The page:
By Admin | April 7, 2009

In the Israeli production “Strangers,” which screened at the Cleveland International Film Festival, a young man from Tel Aviv named Eyal (Liron Levo) meets a Lebanese woman named Rana (Lubna Azabal). Both of them are in Berlin to see the 2006 summer football championships (that’s soccer to you yanks!). In spite of the fact that their respective homelands have been at war for decades, Rana and Eyal fall for each other.

After they part, Rana (who lives in Paris, having fled Lebanon), gets into some trouble, and Eyal shows up to help her out. They attempt to overcome the difficulties in their romance, but things prove challenging for them. After a heated discussion, Rana says “We (Israel and Lebanon) have tried to find a solution for two generations. We’re not going to find one tonight.” This is what defines their romance; they are individuals who do not want the ongoing fighting of their homelands to continue. They both want their love to flourish, but have trouble seeing each other’s point of view. They mostly dodge the political issues as much as possible, but sometimes they just can’t avoid the ugly truth.

Watching this film from an American perspective, I imagine that most of the audience will see a tale of love overcoming boundaries of nationalism, war, and religion. Mortal enemies who are willing to work through the many, many obstacles that life has placed before them. Perhaps some people will see a message of hope here.

It is interesting to place ones self in the position of an Israeli observer, however. This film was a product of Israel, not of Lebanon, and thus, it has a decidedly pro-Israeli slant. The first indicator is that the subtitles are in Hebrew, but not Lebanese. More tellingly, Eyal is portrayed as a kind man. He is good hearted, responsible, and courageous. He reads the poetry of Nathan Zach, so we know that he is sensitive and literate too. Eyal even makes some light-hearted jokes about the Lebanese which would probably play as hilarious in Israel, but would be slightly insensitive to politically correct American sensibilities.

Conversely, Rana is a single mother (implying that she is unable to form lasting relationships). She is in trouble with French immigration, and she is also rather forward with Eyal (a fast woman). Her personality is a bit coarse, and for most of the film she appears as a bit of a tomboy (with one or two exceptions). So, as seen by an Israeli audience, we have a good man, a sterling example of a son to be proud of, getting mixed up with a girl from the wrong side of the tracks, an irresponsible harlot who has been born of the enemy.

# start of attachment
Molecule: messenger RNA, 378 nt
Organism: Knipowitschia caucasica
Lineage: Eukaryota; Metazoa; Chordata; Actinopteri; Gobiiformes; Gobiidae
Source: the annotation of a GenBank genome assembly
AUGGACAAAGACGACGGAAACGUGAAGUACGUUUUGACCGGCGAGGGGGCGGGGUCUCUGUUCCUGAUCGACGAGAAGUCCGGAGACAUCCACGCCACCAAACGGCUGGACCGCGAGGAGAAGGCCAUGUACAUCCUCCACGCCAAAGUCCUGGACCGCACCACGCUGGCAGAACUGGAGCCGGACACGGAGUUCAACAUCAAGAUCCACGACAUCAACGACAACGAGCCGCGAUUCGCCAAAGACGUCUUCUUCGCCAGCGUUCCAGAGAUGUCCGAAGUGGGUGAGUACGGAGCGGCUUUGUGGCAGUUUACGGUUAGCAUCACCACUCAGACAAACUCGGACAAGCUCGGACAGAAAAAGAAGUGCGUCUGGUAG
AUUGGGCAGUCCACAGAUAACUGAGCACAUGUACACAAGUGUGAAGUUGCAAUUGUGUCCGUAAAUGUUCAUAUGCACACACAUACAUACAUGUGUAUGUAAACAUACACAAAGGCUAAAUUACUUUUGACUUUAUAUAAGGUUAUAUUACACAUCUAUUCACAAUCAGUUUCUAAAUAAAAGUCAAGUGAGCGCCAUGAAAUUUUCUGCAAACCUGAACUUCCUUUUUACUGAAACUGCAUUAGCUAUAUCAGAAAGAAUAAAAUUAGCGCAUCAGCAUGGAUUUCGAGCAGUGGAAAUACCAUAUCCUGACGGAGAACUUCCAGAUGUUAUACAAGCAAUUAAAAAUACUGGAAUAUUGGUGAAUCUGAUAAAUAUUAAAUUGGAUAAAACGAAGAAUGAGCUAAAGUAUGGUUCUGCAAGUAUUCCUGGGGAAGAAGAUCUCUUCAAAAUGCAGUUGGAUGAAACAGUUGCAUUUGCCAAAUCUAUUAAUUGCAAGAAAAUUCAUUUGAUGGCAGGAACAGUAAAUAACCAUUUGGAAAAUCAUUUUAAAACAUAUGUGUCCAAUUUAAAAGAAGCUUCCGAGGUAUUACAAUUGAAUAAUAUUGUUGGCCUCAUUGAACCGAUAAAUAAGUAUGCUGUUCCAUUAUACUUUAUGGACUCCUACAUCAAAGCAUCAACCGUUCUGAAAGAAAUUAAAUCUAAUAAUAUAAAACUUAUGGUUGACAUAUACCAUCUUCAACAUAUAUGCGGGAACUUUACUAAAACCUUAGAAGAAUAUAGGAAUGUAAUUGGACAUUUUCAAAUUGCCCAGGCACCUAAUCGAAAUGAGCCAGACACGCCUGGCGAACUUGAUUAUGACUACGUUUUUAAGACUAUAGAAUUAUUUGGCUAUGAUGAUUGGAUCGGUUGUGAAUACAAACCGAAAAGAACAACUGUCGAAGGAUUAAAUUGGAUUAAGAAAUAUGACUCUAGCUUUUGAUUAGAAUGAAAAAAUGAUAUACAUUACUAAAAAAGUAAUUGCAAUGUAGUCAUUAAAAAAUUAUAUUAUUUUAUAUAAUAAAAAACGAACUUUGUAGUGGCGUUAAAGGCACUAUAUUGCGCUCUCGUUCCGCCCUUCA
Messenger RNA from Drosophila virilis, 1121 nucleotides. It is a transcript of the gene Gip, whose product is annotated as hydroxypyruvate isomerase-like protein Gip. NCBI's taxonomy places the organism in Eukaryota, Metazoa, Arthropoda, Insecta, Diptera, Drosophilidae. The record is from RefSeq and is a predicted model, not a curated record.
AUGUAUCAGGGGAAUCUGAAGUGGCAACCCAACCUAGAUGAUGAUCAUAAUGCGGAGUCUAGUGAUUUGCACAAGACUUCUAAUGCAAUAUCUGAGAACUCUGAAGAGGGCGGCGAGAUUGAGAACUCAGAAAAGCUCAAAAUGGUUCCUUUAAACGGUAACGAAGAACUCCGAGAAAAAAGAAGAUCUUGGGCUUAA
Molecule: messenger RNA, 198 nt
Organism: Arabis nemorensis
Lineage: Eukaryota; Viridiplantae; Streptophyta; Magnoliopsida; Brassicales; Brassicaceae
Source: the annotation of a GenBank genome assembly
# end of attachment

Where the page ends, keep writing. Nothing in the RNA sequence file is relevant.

Rana can also be seen as manipulative. She takes Eyal to meet some of her leftist friends, knowing perfectly well that his views will be unpopular with them. The scene provides a fair amount of exposition, and attempts to bring the uneducated viewer up to speed on both sides of the conflict, as Eyal argues with Rana’s friends. The friends state their argument first, and it seems to make a lot of sense. However, Eyal’s rebuttal is intelligent and convincing. Tension builds, and the scene ends with Rana’s friends rejecting her for her association with Eyal. Later, her manipulative ways become apparent when she tells her friends off for not being there for her, but she also tells Eyal that she sacrificed her friends for him, working the situation in her own way to gain sympathy from both parties.

Thus, from a certain point of view, Lubna Azabal’s Rana is portrayed as not quite a villain, but perhaps as an unfortunate victim of her backwards country who can be “rescued” from her unsavory ways by the heroic Eyal. As such, hers is the more interesting character. She has to deal with her French immigration problems, an asthmatic son (Eyal rescues him, natch), a hometown that is in disputed territory, questionable friends, an escalating war, and her relationship with Eyal. Azabal has a lot to chew on here, and manages to play the part convincingly, seducing Eyal one moment, rejecting him the next, then needing his help, and finally just giving in to her heart. It is a complex role, and she never falters.

The film is presented in an especially shaky and low-res format. In fact, it looks as though it was shot on someone’s cell phone. This visually disappointing look is partially redeemed by a nicely edited scene in which the screen splits into two, then four, and then six segments, each showing scenes from the football match. Then, some of the screen divisions flip over to scenes of the escalating Israel-Lebanon conflict. The screen drops back to four zones (now mostly showing the war), and then two, and then a single image of military violence as the 2006 Lebanon War commences. This segue between Eyal’s favorite form of recreation and the much more tragic issue of the war in his homeland is quite effective. One can only wish that the cinematographer had been as inspired as the editor.

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